By: Tim Jones, MD, DCH, FRACP |Date: Friday 26 January 2018| Categories: Diabetes in Children, Hypoglycaemia, Type 1 Diabetes

Many clinicians perceive the risk of severe hypoglycaemia as firmly tethered to the level of glucose control: the tighter the control, the greater the risk. This perception has its roots in the historical association between A1C and hypoglycaemia risk, established in several studies. As a frequently cited example, the DCCT trial found a 3-fold increased risk of severe hypoglycaemia in patients randomized to the intensive management arm of the study.1

In recent years, however, researchers have noted a weakening of this association, both in adults and in children. Notably, a 2017 cross-sectional analysis of three contemporary pediatric diabetes registries found no association between severe hypoglycaemia rates and HbA1c.2 Using data from pediatric (< 18 years old) patients with type 1 diabetes for at least 2 years, the analysis found that HbA1c had no significant bearing on the rate of severe hypoglycaemia, whether examined by source registry, treatment regimen, or age group. Importantly, the lack of association prevailed in both patients treated with insulin injections and those treated with continuous subcutaneous insulin infusion (CSII).

Other studies have reported similar trends, but this analysis stands out in its use of data from multiple prospective diabetes registries. Further, subjects were receiving “usual care” in a variety of clinical settings, thus reflecting real-world practice more faithfully than subjects in randomized clinical trials such as DCCT.

Of course, confounding factors may have biased the results. For example, after experiencing a severe hypoglycaemia event, fear of hypoglycaemia may have led some patients to relax their glycaemic control, thereby raising HbA1c.

While further investigation is recommended to corroborate the study’s findings, these findings are nonetheless encouraging. It stands to reason that advances in treatment, such as the use of insulin analogues, CSII, increased frequency of glucose monitoring, continuous glucose monitoring (CGM), and overall better management approaches may be enabling better glycaemic control without a corresponding increase in hypoglycaemia risk.

The historical relationship between glycaemic control lower glycemic control and risk of severe hypoglycemia has understandably contributed to a fear of hypoglycaemia in patients and their caregivers and stood as an obstacle to optimal glycaemic control.3 The weakening, if not disappearance, of the relationship gives new hope to children with type 1 diabetes.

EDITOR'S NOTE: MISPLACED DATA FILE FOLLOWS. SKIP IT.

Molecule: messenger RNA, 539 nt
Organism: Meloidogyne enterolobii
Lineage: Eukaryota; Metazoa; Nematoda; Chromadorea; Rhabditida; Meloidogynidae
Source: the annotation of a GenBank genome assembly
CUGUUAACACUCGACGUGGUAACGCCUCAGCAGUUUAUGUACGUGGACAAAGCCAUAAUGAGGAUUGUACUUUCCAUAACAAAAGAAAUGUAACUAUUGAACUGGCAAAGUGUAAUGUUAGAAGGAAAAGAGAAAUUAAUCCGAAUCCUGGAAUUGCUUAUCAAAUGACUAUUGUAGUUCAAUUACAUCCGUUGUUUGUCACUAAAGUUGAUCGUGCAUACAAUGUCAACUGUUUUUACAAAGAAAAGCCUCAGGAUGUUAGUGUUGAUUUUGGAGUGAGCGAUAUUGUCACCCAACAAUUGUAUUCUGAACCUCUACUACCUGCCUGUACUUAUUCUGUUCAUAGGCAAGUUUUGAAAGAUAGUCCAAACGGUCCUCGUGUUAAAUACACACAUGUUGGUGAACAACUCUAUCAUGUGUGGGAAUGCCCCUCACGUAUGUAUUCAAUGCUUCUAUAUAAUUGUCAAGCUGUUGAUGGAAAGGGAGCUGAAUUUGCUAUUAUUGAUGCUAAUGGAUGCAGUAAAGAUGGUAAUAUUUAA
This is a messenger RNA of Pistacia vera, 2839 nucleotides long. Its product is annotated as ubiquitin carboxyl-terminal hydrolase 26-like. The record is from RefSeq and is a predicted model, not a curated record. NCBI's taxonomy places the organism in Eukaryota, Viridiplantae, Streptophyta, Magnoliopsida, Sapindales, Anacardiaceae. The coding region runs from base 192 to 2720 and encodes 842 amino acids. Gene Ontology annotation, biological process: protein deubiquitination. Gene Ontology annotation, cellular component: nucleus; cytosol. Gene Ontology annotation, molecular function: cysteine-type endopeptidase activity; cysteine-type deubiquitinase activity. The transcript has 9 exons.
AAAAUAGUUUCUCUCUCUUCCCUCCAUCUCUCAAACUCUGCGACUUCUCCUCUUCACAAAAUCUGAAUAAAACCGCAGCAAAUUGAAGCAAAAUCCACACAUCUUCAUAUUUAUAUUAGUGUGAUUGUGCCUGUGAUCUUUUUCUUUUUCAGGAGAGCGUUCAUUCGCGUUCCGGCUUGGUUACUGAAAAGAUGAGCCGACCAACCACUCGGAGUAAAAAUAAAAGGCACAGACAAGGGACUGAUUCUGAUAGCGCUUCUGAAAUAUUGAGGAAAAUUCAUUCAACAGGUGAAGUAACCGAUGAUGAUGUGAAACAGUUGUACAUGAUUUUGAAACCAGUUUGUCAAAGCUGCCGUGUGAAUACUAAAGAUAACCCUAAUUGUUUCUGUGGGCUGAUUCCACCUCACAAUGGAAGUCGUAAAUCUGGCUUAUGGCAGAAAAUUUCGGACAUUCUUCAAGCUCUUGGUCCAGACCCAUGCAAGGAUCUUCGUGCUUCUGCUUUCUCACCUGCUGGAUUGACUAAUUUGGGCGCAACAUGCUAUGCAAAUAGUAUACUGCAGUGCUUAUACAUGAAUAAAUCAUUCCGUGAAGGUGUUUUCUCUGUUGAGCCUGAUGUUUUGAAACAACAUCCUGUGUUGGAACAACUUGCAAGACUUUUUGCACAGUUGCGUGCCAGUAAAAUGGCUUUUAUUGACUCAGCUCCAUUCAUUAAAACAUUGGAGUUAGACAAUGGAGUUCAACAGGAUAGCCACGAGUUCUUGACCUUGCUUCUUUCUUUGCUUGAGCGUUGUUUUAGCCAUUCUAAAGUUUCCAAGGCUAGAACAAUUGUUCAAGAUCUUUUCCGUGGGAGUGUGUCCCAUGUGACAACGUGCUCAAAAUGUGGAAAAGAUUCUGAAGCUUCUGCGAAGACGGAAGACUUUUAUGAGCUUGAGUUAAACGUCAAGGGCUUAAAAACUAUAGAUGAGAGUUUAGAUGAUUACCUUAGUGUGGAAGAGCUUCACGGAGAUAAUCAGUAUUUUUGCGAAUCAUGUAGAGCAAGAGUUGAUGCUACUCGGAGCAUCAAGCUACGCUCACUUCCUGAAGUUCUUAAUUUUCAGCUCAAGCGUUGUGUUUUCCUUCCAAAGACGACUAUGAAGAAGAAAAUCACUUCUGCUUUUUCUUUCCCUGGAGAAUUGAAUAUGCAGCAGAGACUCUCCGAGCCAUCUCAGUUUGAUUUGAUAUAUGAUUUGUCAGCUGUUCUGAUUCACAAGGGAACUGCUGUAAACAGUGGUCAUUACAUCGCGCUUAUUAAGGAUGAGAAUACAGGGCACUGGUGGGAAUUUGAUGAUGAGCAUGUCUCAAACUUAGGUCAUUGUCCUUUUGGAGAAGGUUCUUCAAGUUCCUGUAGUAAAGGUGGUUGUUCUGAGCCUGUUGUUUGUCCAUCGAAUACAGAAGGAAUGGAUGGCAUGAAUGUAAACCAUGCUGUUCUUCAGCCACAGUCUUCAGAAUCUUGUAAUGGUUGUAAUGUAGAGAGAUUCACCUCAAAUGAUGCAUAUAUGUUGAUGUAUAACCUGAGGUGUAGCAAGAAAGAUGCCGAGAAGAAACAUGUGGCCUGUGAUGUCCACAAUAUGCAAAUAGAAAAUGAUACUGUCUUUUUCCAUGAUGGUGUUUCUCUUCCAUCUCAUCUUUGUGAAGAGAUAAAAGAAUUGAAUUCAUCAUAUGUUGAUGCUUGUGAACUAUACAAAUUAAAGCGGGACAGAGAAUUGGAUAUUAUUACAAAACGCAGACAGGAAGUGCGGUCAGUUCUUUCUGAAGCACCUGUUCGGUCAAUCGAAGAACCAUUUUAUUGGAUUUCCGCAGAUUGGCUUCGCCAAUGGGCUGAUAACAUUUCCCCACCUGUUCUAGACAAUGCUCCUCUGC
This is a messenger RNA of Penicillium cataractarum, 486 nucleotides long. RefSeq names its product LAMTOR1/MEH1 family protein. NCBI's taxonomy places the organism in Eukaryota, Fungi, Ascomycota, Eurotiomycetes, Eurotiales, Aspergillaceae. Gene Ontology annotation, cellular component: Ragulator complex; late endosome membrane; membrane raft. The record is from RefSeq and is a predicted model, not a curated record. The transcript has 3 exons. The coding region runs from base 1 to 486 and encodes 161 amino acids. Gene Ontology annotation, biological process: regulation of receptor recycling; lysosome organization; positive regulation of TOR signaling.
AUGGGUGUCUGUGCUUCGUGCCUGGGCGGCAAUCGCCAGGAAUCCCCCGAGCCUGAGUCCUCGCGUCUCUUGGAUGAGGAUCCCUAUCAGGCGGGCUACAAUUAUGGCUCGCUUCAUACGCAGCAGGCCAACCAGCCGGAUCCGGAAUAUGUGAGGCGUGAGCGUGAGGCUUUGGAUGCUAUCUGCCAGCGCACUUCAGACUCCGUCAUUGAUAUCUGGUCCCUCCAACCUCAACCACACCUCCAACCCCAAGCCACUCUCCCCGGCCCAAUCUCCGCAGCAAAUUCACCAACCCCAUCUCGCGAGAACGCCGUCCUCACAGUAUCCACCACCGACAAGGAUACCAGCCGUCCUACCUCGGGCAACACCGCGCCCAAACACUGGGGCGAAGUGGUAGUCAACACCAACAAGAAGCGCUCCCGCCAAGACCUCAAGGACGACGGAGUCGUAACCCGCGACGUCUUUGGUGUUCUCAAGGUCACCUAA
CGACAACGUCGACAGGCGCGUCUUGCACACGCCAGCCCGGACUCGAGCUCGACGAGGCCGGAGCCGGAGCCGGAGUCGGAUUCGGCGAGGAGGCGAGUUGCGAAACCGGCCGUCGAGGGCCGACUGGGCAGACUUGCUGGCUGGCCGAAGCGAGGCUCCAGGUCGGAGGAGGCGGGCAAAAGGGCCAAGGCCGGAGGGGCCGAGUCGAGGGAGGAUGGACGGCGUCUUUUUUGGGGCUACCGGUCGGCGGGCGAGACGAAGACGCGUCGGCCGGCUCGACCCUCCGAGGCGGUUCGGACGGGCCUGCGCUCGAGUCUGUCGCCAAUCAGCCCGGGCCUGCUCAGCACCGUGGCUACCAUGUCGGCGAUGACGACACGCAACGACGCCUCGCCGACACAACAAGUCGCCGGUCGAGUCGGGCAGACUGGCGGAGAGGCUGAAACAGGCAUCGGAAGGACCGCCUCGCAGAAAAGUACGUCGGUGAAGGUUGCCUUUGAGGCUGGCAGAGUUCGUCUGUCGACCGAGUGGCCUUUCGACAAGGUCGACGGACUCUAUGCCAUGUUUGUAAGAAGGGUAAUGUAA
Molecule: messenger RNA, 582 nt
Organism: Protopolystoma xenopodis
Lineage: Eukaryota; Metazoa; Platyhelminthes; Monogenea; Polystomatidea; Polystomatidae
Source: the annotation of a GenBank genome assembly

New era, new definitions

In a parallel development, multiple studies have uncovered a reduction in hypoglycaemic coma and convulsion in children in recent years. This shift has led researchers to revisit the established definition of severe hypoglycaemia in children, which puts an emphasis on coma and convulsion.  Recognizing the need for an update in hypoglycaemia classification, the International Society for Pediatric and Adolescent Diabetes (ISPAD) has proposed definitions that align with the IHSG classification system.4 Namely:

  • Clinical hypoglycemia alert: A glucose value of 3.9 mmol/L (70 mg/dL) can be used as a threshold or “alert” value to prevent hypoglycaemia.
  • Clinically important or serious hypoglycaemia: A glucose value of <3.0 mmol/L (54 mg/dL) indicates clinically significant hypoglycaemia that may cause defective glucose counter-regulation and impaired awareness of hypoglycaemia (IAH), with an attendant increase in severe hypoglycaemia risk.5
  • Severe hypoglycemia: This refers to an event requiring another person to take corrective action, in alignment with the (adult) definition in the ADA guidelines.6 Given that children sometimes require external assistance for milder hypoglycaemia, caregiver assessment and judgment are required to make the distinction.

While no single glucose level can define hypoglycaemia for all patients, standardized definitions (such as the above) allow comparisons between models of care. In individual patients, keeping careful records of hypoglycaemic events—and possible precipitants—enables clinicians to establish patterns and take corrective action to minimize the risk of severe events. While such events are still too common, modern treatment and educational approaches can significantly reduce their frequency.

References

  1. The Diabetes Control and Complications Trial Research Group. The effect of intensive treatment of diabetes on the development and progression of long-term complications in insulin-dependent diabetes mellitus. NEJM 1993;329:977-986.
  2. Haynes A et al. Severe hypoglycemia rates are not associated with HbA1c: a cross-sectional analysis of 3 contemporary pediatric diabetes registry databases. Pediatr Diabetes. 2017;18:643–650.
  3. Frier BM. Hypoglycemia in diabetes mellitus: epidemiology and clinical implications. Nat Rev Endocrinol 2014;10:711-722.
  4. Jones TW. Defining relevant hypoglycemia measures in children and adolescents with type 1 diabetes. Pediatric Diabetes. 2017;1–2.
  5. Davis MR, Shamoon H. Counterregulatory adaptation to recurrent hypoglycemia in normal humans. J Clin Endocrinol Metabol 1991;73:995–1001.
  6. Seaquist ER, Anderson J, Childs B, et al. Hypoglycemia and diabetes: a report of a workgroup of the American Diabetes Association and the Endocrine Society. Diabetes Care. 2013;36:1384–1395.